Lt. Price took out a large Fighting Patrol which met a certain amount of Spandau fire. Captain Sopwith took out a small Reconnaissance Patrol which reported no sign of enemy in the area patrolled.

24th June 1944 PARC De BOISLANDE

There was spasmodic mortaring and shelling of our positions during the day. Standing Patrols were maintained. At night Lt Hoggard took out a Fighting Patrol to search for enemy in the PARC and had the misfortune to be fired on by one of our Standing Patrols, one casualty resulting.

25th June 1944 PARC De BOISLANDE

There was increased enemy activity – including reports of enemy infantry infiltrating up the EASTERN edge of the PARC. The Divisional Reconnaissance Regiment killed twelve enemy near Point 102. There was more heaving mortaring of our positions.

14:00 hours. A Patrol under the command of Lt Baker was met with heavy mortar fire and Lt Baker was killed.

At night, Patrols were taken out by Lt Yorke and Lt Bell.

Lt Yorke’s Patrol became separated, but after some exciting experiences returned intact. The presence of enemy troops in the hedgerows NORTH of FONTENAY was confirmed.

An attack on FONTENAY LE PESNEL took place with the Hallams on the right and the 11th Royal Scots Fusiliers on the left, after a very heavy artillery barrage. Stiff resistance was met on the left where a thick smoke screen put down by the enemy made fighting difficult.

During the night of the 25th/26th the 1st/7th Duke of Wellington’s Regiment were given the task of completing the house clearing in FONTENAY and at mid-day, the Battalion was put at short notice to move.

26th June 1944 PARC De BOISLANDE

15:00 hours. A Brigade Orders Group was held. The Battalion began an advance forward through FONTENAY making for an assembly area in the neighbourhood of ST NICHOLAS FARM Reference 883672. Mortar fire caused a slight hold up and eventually the Battalion pushed straight through to seize and hold and area at the cross-roads Reference 887661. This was done without opposition except from a few snipers. Digging was begun immediately, the Battalion being disposed in a box with A and C Companies forward and B and D Companies to the rear.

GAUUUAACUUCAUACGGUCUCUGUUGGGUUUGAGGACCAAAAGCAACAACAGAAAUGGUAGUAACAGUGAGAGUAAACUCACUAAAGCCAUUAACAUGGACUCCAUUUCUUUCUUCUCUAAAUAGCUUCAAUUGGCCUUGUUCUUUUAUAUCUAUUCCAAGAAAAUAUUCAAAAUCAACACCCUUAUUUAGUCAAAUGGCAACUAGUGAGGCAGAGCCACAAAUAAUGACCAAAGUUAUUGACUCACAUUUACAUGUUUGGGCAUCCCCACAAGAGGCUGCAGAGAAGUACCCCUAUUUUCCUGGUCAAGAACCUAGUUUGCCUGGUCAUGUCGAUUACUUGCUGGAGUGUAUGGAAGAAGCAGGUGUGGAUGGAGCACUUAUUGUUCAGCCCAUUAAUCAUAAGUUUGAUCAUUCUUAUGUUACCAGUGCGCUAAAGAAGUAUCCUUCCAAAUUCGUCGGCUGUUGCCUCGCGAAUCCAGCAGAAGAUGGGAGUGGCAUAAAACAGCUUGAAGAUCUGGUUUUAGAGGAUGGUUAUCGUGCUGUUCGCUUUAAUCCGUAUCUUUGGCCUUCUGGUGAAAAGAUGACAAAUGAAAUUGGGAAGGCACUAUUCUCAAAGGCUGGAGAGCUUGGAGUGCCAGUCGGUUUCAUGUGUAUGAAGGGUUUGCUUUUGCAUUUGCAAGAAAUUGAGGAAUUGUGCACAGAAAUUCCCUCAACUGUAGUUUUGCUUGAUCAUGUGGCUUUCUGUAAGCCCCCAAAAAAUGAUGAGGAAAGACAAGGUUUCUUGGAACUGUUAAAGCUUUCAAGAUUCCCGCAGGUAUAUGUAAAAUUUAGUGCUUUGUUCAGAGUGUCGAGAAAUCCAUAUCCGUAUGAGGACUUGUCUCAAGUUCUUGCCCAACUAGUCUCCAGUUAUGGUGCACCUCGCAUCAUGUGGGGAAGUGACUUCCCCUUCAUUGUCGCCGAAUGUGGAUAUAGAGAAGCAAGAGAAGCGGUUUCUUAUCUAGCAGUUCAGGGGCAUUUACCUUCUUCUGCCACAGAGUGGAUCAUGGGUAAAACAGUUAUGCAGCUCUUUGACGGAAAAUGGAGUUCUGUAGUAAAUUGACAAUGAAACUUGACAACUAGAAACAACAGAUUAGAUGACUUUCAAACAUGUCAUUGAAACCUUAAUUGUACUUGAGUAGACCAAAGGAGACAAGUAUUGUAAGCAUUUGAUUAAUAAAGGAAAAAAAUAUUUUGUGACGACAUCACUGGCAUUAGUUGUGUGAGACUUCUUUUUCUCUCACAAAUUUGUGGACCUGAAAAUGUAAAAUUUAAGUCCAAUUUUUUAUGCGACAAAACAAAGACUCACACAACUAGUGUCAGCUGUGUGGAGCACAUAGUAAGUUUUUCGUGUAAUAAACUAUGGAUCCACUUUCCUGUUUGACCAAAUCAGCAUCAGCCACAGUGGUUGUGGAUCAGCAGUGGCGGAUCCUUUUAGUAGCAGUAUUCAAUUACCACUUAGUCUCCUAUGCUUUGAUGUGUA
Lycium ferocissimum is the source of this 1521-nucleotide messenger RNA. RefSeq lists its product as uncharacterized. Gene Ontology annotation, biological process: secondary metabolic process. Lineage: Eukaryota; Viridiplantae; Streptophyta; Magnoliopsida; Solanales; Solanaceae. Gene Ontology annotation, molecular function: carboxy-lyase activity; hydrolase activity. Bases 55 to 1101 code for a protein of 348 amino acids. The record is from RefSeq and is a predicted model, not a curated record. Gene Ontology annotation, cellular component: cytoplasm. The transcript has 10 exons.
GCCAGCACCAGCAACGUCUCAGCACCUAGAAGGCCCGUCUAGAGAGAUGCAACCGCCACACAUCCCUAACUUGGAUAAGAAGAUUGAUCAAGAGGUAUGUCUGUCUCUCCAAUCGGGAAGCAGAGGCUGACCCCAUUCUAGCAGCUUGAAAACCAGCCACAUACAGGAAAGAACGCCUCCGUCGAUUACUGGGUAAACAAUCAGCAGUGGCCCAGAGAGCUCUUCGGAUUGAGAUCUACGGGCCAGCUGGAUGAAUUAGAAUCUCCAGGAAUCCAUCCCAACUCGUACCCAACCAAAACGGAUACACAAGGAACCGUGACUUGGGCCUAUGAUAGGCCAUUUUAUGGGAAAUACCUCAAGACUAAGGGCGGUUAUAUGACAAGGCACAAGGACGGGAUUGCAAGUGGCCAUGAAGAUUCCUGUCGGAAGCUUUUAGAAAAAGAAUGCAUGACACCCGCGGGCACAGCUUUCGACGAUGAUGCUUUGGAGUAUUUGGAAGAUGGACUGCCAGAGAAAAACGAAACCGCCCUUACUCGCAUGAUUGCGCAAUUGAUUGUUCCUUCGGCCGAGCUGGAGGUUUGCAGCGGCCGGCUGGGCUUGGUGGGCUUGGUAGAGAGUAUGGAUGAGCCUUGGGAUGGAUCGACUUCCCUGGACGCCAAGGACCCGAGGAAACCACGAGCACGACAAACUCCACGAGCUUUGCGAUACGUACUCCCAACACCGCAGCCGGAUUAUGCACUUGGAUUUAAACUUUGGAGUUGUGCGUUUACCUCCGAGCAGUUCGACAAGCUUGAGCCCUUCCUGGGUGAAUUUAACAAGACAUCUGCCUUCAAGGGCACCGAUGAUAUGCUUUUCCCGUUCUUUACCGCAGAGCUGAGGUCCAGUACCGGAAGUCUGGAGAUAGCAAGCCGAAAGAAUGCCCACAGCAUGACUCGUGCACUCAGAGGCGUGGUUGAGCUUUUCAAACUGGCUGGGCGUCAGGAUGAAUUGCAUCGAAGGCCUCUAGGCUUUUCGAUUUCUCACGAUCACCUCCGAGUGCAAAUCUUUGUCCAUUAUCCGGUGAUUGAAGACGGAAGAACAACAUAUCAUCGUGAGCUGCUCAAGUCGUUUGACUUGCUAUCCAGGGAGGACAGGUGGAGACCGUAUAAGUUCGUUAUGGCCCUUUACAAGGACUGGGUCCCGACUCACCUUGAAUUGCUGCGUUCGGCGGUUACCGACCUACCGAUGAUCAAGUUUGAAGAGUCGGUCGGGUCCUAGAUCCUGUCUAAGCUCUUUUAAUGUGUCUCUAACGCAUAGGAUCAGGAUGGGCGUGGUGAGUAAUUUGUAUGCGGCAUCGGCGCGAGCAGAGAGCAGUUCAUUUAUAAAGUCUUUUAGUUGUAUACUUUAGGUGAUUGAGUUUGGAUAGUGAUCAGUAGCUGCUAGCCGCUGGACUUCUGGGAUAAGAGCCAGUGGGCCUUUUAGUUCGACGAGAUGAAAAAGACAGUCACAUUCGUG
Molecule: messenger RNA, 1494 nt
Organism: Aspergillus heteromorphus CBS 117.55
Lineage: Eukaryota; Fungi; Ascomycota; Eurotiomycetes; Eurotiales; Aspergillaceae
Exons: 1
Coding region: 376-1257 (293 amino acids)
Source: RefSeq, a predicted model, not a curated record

Lt Broughton was also despatched with a small Reconnaissance Patrol to investigate the situation in RAURAY and preliminary orders were given for the occupation of the village.

However, at 03:00 hours one of the Patrol returned with the information that; Lt Broughton had been wounded and taken Prisoner, that the village appeared to be occupied, and that tank movements had been heard in the vicinity.

Accordingly, the attack was postponed.

27th June 1944 St NICHOLAS FARM

Lt Hoggard was sent into RAURAY with a Fighting Patrol one Platoon strong, supported by two troops of tanks and artillery.

Heavy opposition was encountered from Spandaus and snipers, but the Patrol penetrated the village and managed to send back information.

From about 09:00 hours onwards Battalion HQ was subjected to very accurate and heavy mortaring, and snipers made movement of any kind difficult. However, our attack on RAURAY was planned with heavy artillery support. Zero hour was 11:30 hours and the attack went in with D Company left and B Company right. A Company provided the firm base and C Company were used to mop up – especially in the village itself where numerous snipers were making things unpleasant.

The attack was completely successful though it cost us dear in casualties, most of which, fortunately, were wounded. During this period, the stretcher bearers showed a fine example of devotion to duty tending the wounded, despite the constant mortar fire and sniping, and assisting in the evacuation of over a hundred casualties.

28yju – 30th RAURAY

During these two days the task of the Battalion was to hold on to RAURAY against possible counter-attacks and to maintain constant touch with the unit on the right – at first the Tyneside Scottish and later the Lincolns. A Company of the 1st/7th Duke of Wellington’s Regiment was brought forward and the gap was securely bridged. Every effort was made to clear the area of snipers and many were shot in the tops of the trees. A perfect sniper’s hideout, complete with furniture, wine, sheets etc was also found near Battalion HQ and this was thought to be the cause of the accurate mortar fire.

During the day Lt McNicol, the Battalion Intelligence Officer, was seriously wounded by mortar fire and evacuated.